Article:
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Cutting and stacking: a method for constructing stationary processes

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1 Author(s)
Shields, P. ; Dept. of Math. Toledo Univ., OH, USA

Cutting and stacking, a general method for constructing examples of stationary, ergodic, finite-alphabet processes with desired properties, is described. It has been used to construct counterexamples in ergodic theory. Recently, it has also been used to construct examples of interest in information theory and probability theory. The method builds a stationary ergodic process by describing sample paths as concatenations of nonoverlapping blocks of varying lengths. Induction is used to show how these blocks are concatenated to form longer and longer blocks, and a geometric model is used to guarantee stationarity. The basic ideas of the method and some recent applications to information theory problems are described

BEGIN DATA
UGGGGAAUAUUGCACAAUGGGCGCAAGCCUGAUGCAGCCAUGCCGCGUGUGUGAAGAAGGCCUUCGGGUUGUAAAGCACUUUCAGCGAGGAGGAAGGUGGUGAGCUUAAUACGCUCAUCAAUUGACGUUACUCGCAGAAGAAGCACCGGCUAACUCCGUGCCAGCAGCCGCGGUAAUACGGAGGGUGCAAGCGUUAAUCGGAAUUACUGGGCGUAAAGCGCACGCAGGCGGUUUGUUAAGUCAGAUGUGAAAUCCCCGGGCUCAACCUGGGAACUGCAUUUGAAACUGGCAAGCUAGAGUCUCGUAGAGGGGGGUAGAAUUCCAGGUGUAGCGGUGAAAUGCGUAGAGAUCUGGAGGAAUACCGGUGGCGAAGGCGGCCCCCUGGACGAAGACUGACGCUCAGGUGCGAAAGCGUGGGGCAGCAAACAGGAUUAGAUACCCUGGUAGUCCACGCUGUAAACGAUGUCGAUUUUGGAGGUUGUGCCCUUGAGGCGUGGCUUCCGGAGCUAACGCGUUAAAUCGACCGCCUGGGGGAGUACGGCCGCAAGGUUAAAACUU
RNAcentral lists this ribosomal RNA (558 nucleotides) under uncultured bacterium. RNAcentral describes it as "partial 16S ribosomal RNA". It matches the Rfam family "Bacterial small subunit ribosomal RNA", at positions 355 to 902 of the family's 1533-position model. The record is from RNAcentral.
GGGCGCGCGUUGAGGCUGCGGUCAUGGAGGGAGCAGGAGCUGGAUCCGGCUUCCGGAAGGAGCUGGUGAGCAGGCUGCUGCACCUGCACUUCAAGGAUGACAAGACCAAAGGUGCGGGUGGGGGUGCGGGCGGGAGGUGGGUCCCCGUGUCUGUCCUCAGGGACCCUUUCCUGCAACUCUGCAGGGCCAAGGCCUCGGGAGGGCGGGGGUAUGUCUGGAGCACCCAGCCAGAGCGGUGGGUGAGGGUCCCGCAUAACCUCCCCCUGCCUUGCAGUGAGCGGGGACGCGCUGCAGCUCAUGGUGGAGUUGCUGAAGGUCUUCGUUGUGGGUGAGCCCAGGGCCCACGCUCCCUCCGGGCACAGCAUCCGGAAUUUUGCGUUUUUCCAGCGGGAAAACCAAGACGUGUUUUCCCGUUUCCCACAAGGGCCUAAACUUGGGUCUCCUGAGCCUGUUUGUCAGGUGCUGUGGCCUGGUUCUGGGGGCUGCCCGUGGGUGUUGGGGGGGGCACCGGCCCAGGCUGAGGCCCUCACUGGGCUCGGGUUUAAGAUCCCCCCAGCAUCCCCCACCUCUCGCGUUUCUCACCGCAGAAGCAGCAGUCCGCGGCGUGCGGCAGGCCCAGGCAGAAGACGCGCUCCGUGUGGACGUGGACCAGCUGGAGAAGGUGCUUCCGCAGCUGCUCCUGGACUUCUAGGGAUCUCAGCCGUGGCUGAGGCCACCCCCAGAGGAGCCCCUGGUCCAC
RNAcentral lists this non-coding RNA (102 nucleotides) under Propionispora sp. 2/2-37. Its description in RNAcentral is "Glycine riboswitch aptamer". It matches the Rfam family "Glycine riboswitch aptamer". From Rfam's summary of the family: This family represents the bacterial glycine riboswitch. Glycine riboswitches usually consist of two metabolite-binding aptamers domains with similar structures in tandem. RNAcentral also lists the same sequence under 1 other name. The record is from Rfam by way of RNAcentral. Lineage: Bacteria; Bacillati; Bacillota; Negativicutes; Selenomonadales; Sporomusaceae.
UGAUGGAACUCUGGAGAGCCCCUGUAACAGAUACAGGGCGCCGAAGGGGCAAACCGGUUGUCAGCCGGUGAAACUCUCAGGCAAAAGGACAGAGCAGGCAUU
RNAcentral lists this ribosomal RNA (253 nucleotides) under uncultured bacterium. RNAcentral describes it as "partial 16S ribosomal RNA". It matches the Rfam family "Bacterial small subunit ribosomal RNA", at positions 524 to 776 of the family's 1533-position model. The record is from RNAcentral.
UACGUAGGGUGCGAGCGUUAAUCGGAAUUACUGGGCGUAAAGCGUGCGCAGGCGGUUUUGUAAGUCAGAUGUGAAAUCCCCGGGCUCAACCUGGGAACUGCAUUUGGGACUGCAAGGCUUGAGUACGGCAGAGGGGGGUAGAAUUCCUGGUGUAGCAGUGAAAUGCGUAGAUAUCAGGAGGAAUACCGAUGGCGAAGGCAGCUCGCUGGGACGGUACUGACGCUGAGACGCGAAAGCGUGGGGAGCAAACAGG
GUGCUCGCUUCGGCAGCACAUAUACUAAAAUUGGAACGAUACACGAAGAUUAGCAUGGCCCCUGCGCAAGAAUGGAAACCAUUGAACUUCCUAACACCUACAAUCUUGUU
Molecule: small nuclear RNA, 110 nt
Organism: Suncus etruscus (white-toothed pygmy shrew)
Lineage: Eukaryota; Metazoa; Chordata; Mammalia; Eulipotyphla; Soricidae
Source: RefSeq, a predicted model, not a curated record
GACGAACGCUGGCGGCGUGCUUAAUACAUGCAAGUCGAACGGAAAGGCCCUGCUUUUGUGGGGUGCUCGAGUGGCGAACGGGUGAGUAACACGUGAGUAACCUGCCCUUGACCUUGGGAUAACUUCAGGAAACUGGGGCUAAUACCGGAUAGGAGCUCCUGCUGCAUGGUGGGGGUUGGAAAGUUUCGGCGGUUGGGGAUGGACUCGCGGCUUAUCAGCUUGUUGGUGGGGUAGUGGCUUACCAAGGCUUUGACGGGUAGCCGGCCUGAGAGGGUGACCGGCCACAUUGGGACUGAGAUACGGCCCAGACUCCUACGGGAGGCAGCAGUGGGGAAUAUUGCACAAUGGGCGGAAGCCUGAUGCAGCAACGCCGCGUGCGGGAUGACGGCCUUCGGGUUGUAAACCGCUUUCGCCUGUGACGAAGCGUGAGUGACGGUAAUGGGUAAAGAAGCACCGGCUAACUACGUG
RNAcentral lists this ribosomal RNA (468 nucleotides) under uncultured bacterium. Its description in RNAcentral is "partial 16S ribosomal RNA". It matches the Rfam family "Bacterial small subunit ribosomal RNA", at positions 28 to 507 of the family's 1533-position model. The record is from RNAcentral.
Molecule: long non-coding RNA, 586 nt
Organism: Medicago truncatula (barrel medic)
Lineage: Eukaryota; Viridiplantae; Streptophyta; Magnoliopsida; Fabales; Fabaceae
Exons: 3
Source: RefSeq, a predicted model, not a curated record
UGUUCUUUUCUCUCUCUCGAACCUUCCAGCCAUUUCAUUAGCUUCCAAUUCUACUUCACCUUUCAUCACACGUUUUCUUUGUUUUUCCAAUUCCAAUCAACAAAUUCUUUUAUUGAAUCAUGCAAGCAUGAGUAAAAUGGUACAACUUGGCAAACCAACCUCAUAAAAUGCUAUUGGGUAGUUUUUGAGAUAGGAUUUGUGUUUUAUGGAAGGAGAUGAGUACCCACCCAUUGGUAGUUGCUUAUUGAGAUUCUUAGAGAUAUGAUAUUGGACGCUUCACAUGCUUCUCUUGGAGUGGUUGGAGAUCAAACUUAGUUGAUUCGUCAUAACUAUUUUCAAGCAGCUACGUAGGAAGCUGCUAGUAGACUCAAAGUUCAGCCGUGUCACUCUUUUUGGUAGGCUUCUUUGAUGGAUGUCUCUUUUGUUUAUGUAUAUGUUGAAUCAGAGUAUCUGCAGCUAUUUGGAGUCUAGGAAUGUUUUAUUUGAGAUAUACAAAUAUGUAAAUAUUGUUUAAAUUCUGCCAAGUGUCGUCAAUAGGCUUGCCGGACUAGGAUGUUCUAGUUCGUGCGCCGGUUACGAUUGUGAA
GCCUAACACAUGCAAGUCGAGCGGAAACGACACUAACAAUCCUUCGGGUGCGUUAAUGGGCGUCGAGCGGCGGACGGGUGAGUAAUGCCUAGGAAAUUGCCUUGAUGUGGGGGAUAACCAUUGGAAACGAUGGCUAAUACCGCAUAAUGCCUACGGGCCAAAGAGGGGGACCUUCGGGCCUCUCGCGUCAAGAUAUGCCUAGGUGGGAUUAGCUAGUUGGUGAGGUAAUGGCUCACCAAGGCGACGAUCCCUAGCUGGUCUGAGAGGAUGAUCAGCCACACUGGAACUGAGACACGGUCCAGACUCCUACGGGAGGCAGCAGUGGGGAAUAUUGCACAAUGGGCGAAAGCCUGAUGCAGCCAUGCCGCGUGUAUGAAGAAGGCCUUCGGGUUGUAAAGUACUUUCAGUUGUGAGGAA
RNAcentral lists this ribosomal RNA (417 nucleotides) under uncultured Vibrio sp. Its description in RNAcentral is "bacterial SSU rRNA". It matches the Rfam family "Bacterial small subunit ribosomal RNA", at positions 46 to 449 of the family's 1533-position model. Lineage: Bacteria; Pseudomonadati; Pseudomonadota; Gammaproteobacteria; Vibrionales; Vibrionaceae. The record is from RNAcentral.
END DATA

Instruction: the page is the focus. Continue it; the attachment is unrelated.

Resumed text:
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Information Theory, IEEE Transactions on  (Volume:37 ,  Issue: 6 )